Oduu Haaraya
dr amiin abbaa bugul

Here is a short summary from his biography that’s read at the final farewell in Adaba on Thursday.

I am truly saddened by the death of Dr. Amin Abba Gumbul.

Such a loss for the people of Adaba! His absence will be felt deeply for some time to come.

Dr. Amin Abba Gumbul Abba Jigsa, a beloved local hero who is affectionately known to his patients only as Dr. Amin, died in a car crash near Woliso in western Oromia on March 28, 2016.

As tragedies go, this was beyond horrific. Dr. Amin, 50, was returning from Jimma — his place of birth —after attending his mother’s funeral when the car he’s traveling in overturned. He died at Woliso hospital an hour after the crash. His pregnant wife, who was also in the car at the time, remains in critical condition at a hospital in Finfinne.

More than 10,000 people from the town of Adaba and surrounding villages turned out for his burial yesterday, raising more than a million birr to support his children — a testament to the depth of his influence and just how many lives he’s touched in a relatively short time.

The father of four came to Adaba in 1995, assigned to the local clinic there. When he first arrived in this remote town, he was a complete stranger with no local ties. Over the past 20+ years, he built a notable reputation as a compassionate and caring professional; he treated those who could not afford to cover their medical expenses for free.

He quickly became a local son and a hero to so many, a point reinforced by the people of Jimma insisting that he should be buried in Adaba instead of his place of birth.

Dr. Amin was a meticulous physician who always wore a bright smile and was ever so comforting and attentive to his patients.

He became a sought-after physician in part because of his attentiveness, charismatic persona, and a truly patient-centered care.

Dr. Amin was born in 1966 in the district of Saqa Coqorsa in Jimma zone, western Oromia. The last of eight siblings, Dr. Amin was exceptionally loved by his neighbors, relatives, as well as his father Abba Gumul Abba Jigsa and his mother Shamsiya, according to his biography.

A graduate of Jimma High School and the Jimma Institute of Health (now Jimma University School of Medicine), Dr. Amin was drafted by the Dergue after he finished school and spent a few months taking combat training at Bilate military camp.

He was assigned to the government-run Adaba Health Clinic shortly after the fall of the Dergue regime.

Due to the overwhelming demand and the glaring lack of health care providers, Dr. Amin soon began working weekends and evenings at a local privately-owned clinic. The rest as they say is history, which is engrossed in the hearts and minds of the people of Adaba.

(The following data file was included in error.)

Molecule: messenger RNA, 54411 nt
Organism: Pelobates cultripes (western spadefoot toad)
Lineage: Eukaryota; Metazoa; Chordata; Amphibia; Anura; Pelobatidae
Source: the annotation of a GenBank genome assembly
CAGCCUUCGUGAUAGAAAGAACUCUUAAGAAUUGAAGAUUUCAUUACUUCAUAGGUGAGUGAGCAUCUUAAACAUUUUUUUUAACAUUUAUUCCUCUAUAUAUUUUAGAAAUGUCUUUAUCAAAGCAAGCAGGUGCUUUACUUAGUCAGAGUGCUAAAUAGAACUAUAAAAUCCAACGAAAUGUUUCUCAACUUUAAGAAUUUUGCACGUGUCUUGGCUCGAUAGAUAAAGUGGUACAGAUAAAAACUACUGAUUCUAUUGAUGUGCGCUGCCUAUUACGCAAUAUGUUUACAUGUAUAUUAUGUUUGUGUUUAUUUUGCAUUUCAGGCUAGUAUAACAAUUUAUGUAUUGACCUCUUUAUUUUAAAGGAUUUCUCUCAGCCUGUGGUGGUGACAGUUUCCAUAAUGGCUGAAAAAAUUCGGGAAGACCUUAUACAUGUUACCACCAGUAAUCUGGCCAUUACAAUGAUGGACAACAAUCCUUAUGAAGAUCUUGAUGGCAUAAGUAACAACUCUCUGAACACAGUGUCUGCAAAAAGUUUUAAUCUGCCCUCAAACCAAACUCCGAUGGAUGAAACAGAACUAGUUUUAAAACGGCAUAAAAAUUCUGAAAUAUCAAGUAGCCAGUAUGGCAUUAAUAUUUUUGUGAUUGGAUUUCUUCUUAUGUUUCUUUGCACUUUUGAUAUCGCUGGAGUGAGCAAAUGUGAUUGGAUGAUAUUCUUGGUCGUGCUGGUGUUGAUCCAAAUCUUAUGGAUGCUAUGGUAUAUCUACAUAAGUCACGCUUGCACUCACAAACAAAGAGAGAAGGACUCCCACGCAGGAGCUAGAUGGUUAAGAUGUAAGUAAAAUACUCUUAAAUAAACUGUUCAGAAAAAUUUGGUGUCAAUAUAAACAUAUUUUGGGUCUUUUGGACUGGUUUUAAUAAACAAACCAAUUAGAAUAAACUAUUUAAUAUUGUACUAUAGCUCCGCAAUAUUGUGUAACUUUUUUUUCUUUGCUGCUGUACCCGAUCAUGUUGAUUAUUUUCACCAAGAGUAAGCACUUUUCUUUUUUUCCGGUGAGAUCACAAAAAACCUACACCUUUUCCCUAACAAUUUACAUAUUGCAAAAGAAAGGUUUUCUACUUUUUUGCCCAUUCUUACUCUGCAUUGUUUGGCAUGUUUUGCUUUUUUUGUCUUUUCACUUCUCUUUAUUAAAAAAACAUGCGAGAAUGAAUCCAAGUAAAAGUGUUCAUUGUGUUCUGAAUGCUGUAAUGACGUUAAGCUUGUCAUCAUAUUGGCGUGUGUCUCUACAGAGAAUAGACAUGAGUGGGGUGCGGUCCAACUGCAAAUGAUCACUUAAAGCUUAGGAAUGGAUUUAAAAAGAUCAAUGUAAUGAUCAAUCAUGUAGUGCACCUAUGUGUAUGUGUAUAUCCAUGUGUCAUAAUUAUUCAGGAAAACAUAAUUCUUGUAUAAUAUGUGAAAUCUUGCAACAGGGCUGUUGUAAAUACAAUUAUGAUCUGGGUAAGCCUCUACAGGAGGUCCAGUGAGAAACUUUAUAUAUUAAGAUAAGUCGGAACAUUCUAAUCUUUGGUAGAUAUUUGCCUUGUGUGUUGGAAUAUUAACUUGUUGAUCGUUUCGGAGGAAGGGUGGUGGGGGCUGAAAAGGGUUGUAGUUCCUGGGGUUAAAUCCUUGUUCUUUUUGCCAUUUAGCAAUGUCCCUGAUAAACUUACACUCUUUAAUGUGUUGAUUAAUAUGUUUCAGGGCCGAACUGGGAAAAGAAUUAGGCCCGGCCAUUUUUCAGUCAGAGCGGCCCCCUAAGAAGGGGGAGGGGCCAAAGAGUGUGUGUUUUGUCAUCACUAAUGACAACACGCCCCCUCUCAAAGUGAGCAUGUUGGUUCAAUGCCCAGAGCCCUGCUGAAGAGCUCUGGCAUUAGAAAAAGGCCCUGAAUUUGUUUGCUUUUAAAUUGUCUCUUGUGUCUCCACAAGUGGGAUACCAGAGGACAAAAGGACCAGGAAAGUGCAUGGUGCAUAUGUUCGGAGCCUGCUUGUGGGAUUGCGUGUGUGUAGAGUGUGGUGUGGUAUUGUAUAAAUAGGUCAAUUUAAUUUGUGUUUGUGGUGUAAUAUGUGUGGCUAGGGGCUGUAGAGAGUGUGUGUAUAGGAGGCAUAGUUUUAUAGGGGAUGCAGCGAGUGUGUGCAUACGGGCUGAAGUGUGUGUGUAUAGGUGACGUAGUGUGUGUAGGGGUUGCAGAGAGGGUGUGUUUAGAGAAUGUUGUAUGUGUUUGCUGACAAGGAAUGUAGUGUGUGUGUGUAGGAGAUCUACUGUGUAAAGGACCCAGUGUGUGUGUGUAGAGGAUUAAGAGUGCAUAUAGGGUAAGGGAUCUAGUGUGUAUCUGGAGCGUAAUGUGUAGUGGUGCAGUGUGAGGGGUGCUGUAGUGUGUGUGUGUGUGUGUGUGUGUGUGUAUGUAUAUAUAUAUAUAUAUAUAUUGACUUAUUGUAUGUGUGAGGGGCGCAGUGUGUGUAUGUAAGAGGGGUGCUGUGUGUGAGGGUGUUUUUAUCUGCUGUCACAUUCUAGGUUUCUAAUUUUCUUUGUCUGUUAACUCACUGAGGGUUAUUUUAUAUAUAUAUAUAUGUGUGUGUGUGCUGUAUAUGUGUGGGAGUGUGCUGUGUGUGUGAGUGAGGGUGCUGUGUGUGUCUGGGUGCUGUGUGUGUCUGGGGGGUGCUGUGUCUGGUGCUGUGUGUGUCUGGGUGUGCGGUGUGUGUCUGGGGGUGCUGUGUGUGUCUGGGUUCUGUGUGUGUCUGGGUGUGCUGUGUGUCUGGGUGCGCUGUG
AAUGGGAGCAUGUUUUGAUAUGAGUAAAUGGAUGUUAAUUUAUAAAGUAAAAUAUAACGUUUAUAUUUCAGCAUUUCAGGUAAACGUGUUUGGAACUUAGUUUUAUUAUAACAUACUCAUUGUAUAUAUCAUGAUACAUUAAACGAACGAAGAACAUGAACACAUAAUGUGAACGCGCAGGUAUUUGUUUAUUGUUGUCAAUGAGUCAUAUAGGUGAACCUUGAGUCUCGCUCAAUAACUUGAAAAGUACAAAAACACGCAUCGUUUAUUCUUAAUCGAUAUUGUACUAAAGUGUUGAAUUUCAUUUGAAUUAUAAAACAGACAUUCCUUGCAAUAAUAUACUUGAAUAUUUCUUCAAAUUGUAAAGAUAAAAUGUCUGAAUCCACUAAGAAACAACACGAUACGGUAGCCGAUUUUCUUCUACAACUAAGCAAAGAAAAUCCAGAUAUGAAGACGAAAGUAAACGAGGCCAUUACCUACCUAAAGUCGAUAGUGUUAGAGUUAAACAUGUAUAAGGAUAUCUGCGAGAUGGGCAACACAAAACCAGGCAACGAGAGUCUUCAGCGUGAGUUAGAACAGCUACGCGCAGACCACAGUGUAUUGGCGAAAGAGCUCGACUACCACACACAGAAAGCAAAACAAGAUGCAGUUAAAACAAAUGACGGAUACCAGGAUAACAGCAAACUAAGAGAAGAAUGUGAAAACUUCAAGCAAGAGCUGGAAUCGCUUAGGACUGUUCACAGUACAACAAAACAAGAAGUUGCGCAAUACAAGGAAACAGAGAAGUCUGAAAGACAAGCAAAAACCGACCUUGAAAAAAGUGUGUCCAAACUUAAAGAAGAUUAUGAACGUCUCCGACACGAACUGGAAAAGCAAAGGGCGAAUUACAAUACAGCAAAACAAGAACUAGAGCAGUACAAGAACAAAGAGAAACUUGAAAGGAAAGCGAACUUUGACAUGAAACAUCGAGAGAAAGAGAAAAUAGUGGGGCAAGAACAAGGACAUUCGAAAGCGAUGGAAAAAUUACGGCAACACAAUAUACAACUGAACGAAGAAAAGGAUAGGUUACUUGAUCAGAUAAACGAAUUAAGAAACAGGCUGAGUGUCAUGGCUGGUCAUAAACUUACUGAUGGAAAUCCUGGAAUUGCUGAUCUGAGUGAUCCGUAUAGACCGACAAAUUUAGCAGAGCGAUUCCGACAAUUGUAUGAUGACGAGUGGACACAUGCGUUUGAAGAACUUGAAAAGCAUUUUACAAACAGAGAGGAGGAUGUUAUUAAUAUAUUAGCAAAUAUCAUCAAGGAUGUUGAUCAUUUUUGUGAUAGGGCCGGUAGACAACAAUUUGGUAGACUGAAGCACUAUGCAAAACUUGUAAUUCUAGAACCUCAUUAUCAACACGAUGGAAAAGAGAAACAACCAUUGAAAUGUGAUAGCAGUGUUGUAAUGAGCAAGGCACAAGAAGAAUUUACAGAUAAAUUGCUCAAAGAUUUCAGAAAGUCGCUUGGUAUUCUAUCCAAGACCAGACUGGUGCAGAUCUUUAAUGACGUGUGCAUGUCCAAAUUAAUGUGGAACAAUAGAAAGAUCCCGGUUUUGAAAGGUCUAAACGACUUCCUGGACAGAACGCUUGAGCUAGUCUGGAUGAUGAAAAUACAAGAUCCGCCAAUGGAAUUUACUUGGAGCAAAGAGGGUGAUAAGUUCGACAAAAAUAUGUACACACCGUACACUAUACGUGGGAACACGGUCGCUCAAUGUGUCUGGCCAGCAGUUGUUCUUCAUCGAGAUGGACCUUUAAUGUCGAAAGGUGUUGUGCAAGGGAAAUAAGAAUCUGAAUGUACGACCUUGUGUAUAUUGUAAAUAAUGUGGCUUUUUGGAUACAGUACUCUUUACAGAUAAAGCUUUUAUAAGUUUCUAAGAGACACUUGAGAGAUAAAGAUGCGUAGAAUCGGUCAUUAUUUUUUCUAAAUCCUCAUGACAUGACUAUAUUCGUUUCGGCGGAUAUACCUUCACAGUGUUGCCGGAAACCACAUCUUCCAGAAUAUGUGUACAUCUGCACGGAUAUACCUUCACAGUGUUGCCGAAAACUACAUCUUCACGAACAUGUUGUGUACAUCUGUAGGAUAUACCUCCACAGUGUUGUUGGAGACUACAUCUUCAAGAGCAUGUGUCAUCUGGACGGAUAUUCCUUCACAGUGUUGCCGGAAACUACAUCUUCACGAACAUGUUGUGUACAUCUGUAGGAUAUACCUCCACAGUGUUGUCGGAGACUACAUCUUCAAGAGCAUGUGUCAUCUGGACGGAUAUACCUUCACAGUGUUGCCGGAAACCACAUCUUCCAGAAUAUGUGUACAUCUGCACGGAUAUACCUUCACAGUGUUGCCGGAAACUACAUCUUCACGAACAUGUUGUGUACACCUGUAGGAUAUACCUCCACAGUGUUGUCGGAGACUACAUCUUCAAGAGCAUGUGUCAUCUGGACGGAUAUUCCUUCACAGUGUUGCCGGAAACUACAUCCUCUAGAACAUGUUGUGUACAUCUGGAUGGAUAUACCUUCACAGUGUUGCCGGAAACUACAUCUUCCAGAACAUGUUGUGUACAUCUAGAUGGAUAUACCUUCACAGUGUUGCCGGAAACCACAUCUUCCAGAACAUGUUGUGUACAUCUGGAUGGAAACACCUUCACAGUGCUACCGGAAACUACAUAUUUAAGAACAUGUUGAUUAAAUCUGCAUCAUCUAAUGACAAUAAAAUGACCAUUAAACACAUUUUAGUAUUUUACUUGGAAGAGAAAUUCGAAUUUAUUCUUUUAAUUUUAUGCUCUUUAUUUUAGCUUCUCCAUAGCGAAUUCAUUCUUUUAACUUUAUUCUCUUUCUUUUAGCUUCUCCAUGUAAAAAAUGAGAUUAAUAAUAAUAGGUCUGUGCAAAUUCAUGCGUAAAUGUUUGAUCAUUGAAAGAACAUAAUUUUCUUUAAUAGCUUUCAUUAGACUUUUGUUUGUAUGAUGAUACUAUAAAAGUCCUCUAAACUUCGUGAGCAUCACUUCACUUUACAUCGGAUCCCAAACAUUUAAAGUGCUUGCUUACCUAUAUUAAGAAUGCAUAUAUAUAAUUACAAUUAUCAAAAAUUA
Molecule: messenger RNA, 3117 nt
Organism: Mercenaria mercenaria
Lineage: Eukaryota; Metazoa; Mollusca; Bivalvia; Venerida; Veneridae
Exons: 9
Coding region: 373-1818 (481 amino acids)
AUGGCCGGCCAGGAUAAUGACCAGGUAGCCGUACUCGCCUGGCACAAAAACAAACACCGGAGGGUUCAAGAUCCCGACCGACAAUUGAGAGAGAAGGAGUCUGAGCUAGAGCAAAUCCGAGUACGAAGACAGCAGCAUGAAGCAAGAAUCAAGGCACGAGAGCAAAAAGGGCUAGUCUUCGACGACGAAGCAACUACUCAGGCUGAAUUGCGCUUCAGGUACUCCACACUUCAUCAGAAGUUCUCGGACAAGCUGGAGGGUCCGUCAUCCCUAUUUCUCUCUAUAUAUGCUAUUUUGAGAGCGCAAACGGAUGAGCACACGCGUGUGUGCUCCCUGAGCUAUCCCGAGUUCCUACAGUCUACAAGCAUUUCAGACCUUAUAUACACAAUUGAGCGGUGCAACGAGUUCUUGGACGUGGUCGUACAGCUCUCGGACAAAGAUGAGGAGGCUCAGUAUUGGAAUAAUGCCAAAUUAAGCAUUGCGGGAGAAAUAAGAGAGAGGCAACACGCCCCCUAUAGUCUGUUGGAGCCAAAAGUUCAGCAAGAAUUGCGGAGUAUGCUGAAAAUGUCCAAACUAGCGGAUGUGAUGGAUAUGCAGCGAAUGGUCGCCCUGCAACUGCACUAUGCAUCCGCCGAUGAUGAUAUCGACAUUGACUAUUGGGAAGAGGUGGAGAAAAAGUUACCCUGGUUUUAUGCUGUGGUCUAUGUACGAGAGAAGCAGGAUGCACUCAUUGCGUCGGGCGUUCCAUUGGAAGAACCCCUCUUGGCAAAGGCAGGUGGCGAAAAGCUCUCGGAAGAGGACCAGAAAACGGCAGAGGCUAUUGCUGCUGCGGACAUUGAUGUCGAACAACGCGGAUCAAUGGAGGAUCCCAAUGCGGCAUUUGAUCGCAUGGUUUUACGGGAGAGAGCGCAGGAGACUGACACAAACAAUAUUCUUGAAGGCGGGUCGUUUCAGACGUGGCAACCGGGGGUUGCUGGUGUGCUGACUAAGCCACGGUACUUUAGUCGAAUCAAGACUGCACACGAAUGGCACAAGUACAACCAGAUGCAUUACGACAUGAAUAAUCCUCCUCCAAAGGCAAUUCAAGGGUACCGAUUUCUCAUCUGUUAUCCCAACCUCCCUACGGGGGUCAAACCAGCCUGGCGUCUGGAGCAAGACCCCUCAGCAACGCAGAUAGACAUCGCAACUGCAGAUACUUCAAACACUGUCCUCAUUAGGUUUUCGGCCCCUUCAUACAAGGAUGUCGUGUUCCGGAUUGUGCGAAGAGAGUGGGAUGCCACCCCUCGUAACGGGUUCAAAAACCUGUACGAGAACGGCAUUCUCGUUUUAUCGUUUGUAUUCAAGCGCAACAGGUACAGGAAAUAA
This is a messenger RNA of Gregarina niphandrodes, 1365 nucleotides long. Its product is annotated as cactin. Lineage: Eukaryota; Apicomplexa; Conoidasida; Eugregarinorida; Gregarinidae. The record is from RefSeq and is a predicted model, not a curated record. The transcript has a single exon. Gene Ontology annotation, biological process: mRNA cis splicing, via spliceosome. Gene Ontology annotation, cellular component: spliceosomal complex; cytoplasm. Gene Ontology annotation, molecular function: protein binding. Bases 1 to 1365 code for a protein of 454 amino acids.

Dr. Amin’s care and influence is felt far beyond Adaba and even Oromia. In 1997, during a deadly Cholera epidemic in southeastern Oromia and the Ogaden, Dr. Amin was among the physicians who were dispatched to the area as part of the emergency cholera response team.

He traveled for months in sensitive areas such as Gindhir, Guradhamole, Goro, Hara Gadab, Ilme and Hara Dimtu despite a high-security risk given an ongoing fighting at the time between the Oromo Liberation Front (OLF) and the Ethiopian military. The mission was instrumental in saving millions of lives in Bale and the adjustment Somali region.

Over the past two decades, on average Dr. Amin has seen 50 to 70 patients per day at his public and private practice in Adaba. This is why his loss is so deeply felt. It is also why the people of Adaba pitched in more than a million Birr in one day to help raise his children.

He was universally loved by the people of Adaba and surrounding areas, particularly the poor. Dr. Amin was a highly personable Oromo nationalist, who treated everyone with respect and dignity. He’s also among those who were arrested in December in connection with the Oromo protests. His former business partner, with whom he had a recent fallout and who was also behind the killings of the two Oromo protesters in this town, instigated his arrest.

Death is an inevitable phenomenon. The Oromo say “galgala nu tolchii” – a common prayer for a dignified end of life. The response to Dr. Amin’s death shows that he was a servant leader and a dignified man, who was always willing to lend a helping hand to the poor and the gift of healing to the sick.

I am grateful for the attentive care he provided to my family, relatives and friends over the years. May his gentle soul rest in perfect peace!

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